The Anaheim City Council this week approved spending $1.3 million to study alternative routes for its planned streetcar system, a move that could save a family owned hotel, restaurant and ice cream shop from being knocked down by the city.
In 1962, Sicilian immigrant Carmen E. Scalzo built the Park Vue Inn on Harbor Blvd., located just across the street from Disneyland. To make way for the streetcar, city officials were planning to demolish the hotel and an adjacent IHOP restaurant.
But Scalzo’s grandson Paul Durand fought to save his family business, and now city officials are willing to study two possible alternative routes. One route would take a different property on Harbor Blvd., and the other would avoid taking private property by traveling down Disney Way.
What other properties might be on the chopping block isn’t yet clear. Public Works Director Natalie Meeks said officials won’t know until they conduct further study.
The Disney Way alternative would be much cheaper. The $318-million price-tag for the 3.2-mile streetcar system, which on a per-mile basis could be the most expensive in U.S. history, is so high partly because of the need to acquire the hotel and restaurant.
But it could also prove unfeasible. Prior studies for a scrapped monorail system showed that the Disney Way route’s ridership numbers would drop heavily because it doesn’t take riders directly to Disneyland’s main gate, city officials had said last year.
The vote to approve a contract amendment with Philadelphia-based Hill International was 3-2, with council members Kris Murray, Jordan Brandman and Lucille Kring voting yes. Mayor Tom Tait and Councilman James Vanderbilt voted against the agreement.
Tait has long opposed the streetcar, arguing that it is “wildly expensive” and would worsen traffic congestion along Katella Ave. He says taking the money and investing in a robust public bus system would do much more to help poor residents who can’t afford cars and rely on buses to get around.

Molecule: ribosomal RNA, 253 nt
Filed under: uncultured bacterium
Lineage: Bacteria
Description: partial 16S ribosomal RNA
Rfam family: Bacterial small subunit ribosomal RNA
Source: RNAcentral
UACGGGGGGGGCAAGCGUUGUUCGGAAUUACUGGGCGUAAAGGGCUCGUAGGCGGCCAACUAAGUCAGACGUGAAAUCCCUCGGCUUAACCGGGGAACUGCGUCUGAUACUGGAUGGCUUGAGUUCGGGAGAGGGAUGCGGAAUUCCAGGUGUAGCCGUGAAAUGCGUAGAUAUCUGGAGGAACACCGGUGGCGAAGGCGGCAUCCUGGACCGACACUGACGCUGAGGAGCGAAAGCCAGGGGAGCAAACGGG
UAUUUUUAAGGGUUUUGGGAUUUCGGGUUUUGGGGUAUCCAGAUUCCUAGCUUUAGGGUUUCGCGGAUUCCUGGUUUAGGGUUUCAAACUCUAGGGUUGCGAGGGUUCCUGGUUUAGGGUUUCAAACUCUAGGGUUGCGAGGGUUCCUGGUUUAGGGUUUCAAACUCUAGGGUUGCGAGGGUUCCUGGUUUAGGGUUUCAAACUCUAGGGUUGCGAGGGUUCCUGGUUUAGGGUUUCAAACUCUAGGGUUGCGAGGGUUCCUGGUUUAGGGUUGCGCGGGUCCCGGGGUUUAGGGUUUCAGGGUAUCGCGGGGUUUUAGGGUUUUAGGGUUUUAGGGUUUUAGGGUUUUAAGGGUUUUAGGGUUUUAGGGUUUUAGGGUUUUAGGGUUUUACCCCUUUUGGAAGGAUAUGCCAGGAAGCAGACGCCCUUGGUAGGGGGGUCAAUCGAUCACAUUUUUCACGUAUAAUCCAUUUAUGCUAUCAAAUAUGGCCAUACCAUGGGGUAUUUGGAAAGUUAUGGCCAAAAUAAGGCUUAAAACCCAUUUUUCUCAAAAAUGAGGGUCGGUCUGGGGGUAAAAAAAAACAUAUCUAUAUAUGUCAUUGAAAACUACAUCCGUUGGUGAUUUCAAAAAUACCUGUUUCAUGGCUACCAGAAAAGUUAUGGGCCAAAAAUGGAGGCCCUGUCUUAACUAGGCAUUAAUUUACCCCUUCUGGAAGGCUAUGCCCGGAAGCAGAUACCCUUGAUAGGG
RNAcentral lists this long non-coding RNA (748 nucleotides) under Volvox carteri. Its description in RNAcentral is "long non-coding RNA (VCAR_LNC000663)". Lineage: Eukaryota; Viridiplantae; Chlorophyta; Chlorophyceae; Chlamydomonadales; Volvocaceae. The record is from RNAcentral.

Tait also said that an Anaheim Resort Transit bus route – which travels between the city’s train station and Disneyland and is similar to the streetcar route – sees as few as 24 people a day.
To spend more money on a “system that I don’t believe will ever be built, and shouldn’t be built, I don’t believe makes any sense,” Tait said.
Vanderbilt wasn’t against further study, but voted against the amendment because of a provision in the contract that promises $6.9 million to Hill International for a preliminary engineering phase that would come after the current environmental work is completed.
Vanderbilt questioned whether Hill International would be “unbiased” in its study, the findings of which are crucial to move the project forward, if it’s already promised money for the next phase.
Meeks said the streetcar system would help get cars off the road because people are looking for a “last-mile” connection to the train station. That’s the problem officials are trying to solve with the streetcar, she said.
“It’s about taking cars off the freeway, it’s about reducing those longer trips, and really reducing congestion on a regional basis,” Meeks said.
Councilwoman Lucille Kring argued that not spending the additional money would mean the previous money spent on studying light rail systems for Anaheim – almost $9 million – would have been wasted.